President Cyril Ramaphosa says he has one simple but fundamental message for his fellow South Africans: “Don’t be alarmed. Be prepared.”
He says he, like most people, has noticed the number of confirmed Coronavirus cases in SA rising fast. “More than a half of all cases since the start of the outbreak were recorded in the last two weeks,” the President says in his latest letter to the public.
By yesterday (Sunday 7 June), Mpumalanga has recorded its first death as the number of COVID-19 infections increased by 2 312 to 48 285 in South Africa.
Meanwhile, in the hard-hit Western Cape (which has recorded two-thirds of all confirmed cases), another 45 people succumbed to the COVID-19 related disease, bringing the death toll in SA to 998 as of Sunday.
“During the course of this coming week, we can expect that the total number of cases will pass the 50,000 mark. Sadly, we are also likely to record the 1,000th death from this devastating disease,” says Ramaphosa.
“I too have been worried as I watch these figures keep rising,” he says, while acknowledging that there’s a difference between knowing the projections on a graph, and “seeing real people becoming infected, some getting ill and some dying”.
Lockdown has helped, but social distancing in public a problem
President Ramaphosa says the nationwide lockdown has given the government time to prepare health facilities and interventions for the expected spike in infections.
“The lockdown was not only necessary but it has also given us all time to adjust to living with the virus.
“Various surveys show that South Africans have come to know a lot about the virus and are taking the necessary precautions to prevent its spread.
“I have been pleased to realise that a high percentage of South Africans wash their hands regularly, avoid contact with other people and wear face masks whenever they go out in public.”
Ramaphosa says however that social distancing in public places is still a “major challenge”, especially since it’s through “close contact between people that the virus will be spread”.
Western Cape is Epi-Centre and needs more help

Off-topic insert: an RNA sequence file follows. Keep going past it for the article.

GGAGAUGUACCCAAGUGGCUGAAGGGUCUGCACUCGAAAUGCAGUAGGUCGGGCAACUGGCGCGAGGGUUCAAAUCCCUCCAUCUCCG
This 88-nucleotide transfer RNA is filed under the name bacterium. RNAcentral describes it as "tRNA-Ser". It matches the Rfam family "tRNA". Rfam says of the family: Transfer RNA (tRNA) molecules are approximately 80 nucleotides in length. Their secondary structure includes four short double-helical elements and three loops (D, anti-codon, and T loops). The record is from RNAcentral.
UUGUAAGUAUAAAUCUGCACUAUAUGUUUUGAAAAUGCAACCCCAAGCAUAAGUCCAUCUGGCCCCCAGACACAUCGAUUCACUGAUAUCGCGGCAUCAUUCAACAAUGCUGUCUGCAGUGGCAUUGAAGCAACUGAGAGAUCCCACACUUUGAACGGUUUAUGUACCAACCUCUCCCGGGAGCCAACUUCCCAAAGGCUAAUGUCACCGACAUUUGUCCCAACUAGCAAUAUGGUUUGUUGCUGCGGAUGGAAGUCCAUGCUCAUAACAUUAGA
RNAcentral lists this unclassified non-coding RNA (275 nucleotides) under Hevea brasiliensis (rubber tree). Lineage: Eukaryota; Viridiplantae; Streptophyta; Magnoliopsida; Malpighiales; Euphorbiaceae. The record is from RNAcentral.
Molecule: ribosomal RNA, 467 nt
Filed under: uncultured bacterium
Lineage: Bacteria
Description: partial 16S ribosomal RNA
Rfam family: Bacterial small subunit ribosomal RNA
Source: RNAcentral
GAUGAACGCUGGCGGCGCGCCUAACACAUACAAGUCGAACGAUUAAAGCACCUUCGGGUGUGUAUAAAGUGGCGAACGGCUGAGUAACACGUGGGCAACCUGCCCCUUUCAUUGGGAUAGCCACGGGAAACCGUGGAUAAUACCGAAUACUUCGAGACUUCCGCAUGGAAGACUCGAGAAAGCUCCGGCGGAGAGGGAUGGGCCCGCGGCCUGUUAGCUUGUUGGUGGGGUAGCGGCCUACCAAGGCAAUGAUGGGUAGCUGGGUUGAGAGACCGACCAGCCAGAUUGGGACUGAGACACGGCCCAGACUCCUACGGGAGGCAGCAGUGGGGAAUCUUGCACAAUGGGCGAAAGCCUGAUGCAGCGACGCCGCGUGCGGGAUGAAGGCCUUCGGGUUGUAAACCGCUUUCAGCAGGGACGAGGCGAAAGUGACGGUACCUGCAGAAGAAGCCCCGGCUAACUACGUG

The Western Cape remains the epicentre of the outbreak in South Africa, with 31 824 cases, followed by the Eastern Cape with 5 974 and Gauteng with 5 946.
Ramaphosa says he was impressed on his visit on to the Western Cape on Friday by the preparations being made there, including setting up field hospitals like the one at Cape Town International Convention Centre, but that the Western Cape will still need even more bed capacity (30,000 estimated) as the disease reaches its peak.
“They need help from outside the province, including additional funding and health personnel,” says Ramaphosa.
“This provides the clearest evidence yet that we are correct to treat coronavirus as a national disaster. We must mobilise and deploy all the necessary resources we have in the country.”
After the Western Cape, the Eastern Cape is the province with the fastest-growing proportion of people infected… which is being attributed to its proximity to the Western Cape and infected people travelling into the E. Cape from the W. Cape.
“What this tells us is that no part of the country is an island and that all South Africans, no matter where they live, need to remain vigilant and prepared. It is for this reason also that people are not permitted to travel between provinces while the country is at alert level 3, except under specific circumstances and with the necessary permits,” says Ramaphosa.
Infections growing faster than expected cause for concern, not alarm
“As we watch the number of infections rise further – probably far faster than most of us imagined – we should be concerned, but not alarmed,” says the President. “That is because we have the ability, as individuals, communities and as a country, to limit the impact of the disease on our people.
“As we have shown, we can slow the spread of the disease, and we should continue to take all measures possible to continue to flatten the infection curve. Most importantly, we must be prepared to reduce the number of deaths by implementing the necessary health measures.”
He says together with social partners, the government has been working hard to prepare – buying personal protection equipment from across the world and supporting local companies to produce them here; improving the infrastructure in hospitals and setting up temporary hospitals and finding more beds for COVID-19 patients; deploying tens of thousands of community health workers to detect cases in areas where people live.
“We are intensifying the programme of screening, testing, contact tracing and, where necessary, isolation,” says Ramaphosa. “Although we have made progress, we still need to do much more in the coming weeks to meet the expected demand.”
He encouraged all South Africans as individuals and families to prepare, learn about the disease and how to avoid it and avoid infecting others.
“Each household should look at how they can protect elderly people and those with underlying conditions, such as diabetes, hypertension, cancer, TB or HIV. Do plan for the possibility that someone in the family may become infected and whether you will be able to isolate them from family members until they are better. If not, find out where the closest government quarantine site is.
“You should also plan ahead for what to do if someone gets sick.”
Ramaphosa ended his letter saying: “Over the coming weeks, as we watch the coronavirus infections continue to rise, we must remember that we are not helpless.
“And we should remember one simple, but fundamental, message: Don’t be alarmed. Be prepared.”